5 DRC diamond export data, 1996 2003 155. African oil production, 2000 and 2010 169. Breakdown of Angolan GDP by sector percentage 182. Ethnic community conflicts in the Niger Delta Region 187. Layers of conflicts and controversies in the Niger Delta 195. Water stress level in 2000 212. Envisaged water stress level in 2050 213. River basins experiencing water stress in 2000 214. Likely river basins experiencing water stress in 2050 214. River basins and the riparian states 216. Major river basins and flow in southern AFRICA 222. Displaced population from dam construction 233. Water privatization in AFRICA 235. PREFACE. The impetus for this book came from comments made by two people during the course of almost a decade.

6 The first was in the spring of 1989, when a friend and colleague, Tajudeen Abdulraheem, noted during a discussion we had in his apartment at Oxford that NATURAL resource management would be the key issue during the last decade of the twentieth century and even beyond, and that efforts should be invested into looking at how the management of these RESOURCES can affect politics in AFRICA . Tajudeen, then a Rhodes Scholar, was rounding up his doctoral studies at St. Peter's College Oxford, while I was then halfway through mine at King's College London. The second comment came in 1996. In an informal discussion that followed a lecture I gave at the Royal College of Defense Studies, London, one of the course participants raised a crucial point about the possible impact of NATURAL resource manage- ment on security in AFRICA .

7 Like Tajudeen seven years previously, he too opined that detailed studies into the complexities of resource politics in AFRICA would be crucial, if the continent was to be spared some of the conflicts that have characterized its postindependence existence. By the end of the 1990 decade, these two positions had been clearly vindicated, giving no addi- tional need to draw anyone's attention to the obvious linkage between NATURAL RESOURCES and CONFLICT in AFRICA . What was even more frightening were the apocalyptic predictions being made in certain quarters that the years ahead would witness many more such conflicts , to further result in the weakening and collapse of state institutions in the continent.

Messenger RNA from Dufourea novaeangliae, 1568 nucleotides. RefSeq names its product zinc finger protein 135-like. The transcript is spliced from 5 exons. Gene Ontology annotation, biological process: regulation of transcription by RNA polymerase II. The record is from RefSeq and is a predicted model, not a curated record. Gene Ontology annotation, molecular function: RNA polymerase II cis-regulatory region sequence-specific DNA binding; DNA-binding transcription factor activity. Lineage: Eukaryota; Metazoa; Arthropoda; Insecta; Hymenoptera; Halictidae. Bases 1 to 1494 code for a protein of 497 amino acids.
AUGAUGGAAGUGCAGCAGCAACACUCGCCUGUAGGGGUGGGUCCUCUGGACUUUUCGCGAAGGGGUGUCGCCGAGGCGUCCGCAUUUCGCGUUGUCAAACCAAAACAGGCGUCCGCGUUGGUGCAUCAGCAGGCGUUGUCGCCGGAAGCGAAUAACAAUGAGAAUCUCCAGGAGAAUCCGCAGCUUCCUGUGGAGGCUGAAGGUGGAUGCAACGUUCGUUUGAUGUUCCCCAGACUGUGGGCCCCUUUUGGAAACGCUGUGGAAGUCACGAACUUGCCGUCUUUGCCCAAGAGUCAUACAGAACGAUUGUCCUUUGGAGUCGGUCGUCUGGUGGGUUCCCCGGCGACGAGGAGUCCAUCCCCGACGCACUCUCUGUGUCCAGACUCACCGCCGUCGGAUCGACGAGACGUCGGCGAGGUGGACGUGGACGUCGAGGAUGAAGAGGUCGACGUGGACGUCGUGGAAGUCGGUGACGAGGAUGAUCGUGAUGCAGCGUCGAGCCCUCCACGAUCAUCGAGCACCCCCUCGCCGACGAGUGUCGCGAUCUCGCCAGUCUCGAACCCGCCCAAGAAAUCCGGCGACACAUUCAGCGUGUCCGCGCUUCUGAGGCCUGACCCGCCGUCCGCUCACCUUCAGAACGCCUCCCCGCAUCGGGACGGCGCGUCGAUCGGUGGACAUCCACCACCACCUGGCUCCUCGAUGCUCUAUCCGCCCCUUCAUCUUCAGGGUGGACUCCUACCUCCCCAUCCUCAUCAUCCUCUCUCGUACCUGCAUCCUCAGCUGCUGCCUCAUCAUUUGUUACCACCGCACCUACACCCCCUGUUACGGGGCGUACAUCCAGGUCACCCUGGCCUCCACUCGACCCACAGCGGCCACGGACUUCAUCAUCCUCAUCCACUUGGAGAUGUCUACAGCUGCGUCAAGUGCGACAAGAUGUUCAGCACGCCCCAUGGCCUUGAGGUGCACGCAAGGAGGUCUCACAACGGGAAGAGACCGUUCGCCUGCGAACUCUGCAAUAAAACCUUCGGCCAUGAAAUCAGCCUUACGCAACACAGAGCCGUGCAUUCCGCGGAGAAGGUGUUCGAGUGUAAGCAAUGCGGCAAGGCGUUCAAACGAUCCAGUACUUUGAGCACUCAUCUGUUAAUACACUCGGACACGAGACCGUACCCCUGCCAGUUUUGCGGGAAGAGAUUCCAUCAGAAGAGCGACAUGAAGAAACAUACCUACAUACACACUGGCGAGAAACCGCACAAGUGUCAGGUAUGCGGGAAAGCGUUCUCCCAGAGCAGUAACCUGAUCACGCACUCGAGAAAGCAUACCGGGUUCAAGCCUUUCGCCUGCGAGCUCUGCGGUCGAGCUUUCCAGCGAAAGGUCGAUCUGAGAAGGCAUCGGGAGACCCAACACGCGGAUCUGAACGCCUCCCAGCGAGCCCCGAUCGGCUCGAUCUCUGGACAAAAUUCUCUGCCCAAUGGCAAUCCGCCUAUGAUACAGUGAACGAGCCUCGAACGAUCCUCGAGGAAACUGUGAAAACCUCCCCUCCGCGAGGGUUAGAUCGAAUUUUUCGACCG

8 It now seems beyond contention that the politics surrounding the manage- ment of NATURAL resource politics has brought out some of the extremes in AFRICA 's security complexities. Among the issues that have been thrown up are violent ethno-nationalism, acrimonious intergroup relations, youth revolts, small arms and light weapons proliferation, corruption, money laundering, war- lordism, cross-border looting, mercenarism, and alleged links with global ter- rorism. The conflicts have raised an array of questions, most of which have been answered only rhetorically. Questions such as: How does one reconcile AFRICA 's enormous NATURAL resource endowment with its appalling poverty? Why is the violence associated with NATURAL RESOURCES in the continent becoming more vicious and devastating?

9 What are the indigenous CONFLICT resolution principles that can help address some of these conflicts ? Why have some NATURAL RESOURCES been associated with CONFLICT in some countries and not in others? To what x Preface extent can one consider these conflicts to be part of the inescapable process of socioeconomic and political reconfiguration of nation-states in the continent? What is the dichotomy between local claim and national interest in the politics of resource control? The questions appear endless, and the need for answers continues to challenge academics and practitioners. This book is an attempt to contribute answers to some of the questions iden- tified above. I use the word contribute deliberately, as ultimate answers are probably unlikely to most of the questions.

10 I do not seek to reify the orthodox thinking of CONFLICT as an outcome of clearly determinable and predictable linear patterns of cause and effect. Rather, CONFLICT in AFRICA is viewed from the perspective of an outcome of contingent predisposing factors of which nat- ural RESOURCES are central elements. Broadly, in this book I examine the ways through which the ownership, management, and control of NATURAL RESOURCES have been linked to conflicts in the continent and the issues underlining these conflicts . To achieve this, I divide NATURAL RESOURCES into four cate- gories land (including agricultural products and animal RESOURCES ), solid minerals, oil, and water and proceed to discuss some of the ways through which each one of these has been linked to CONFLICT in the continent, espe- cially in the last decade.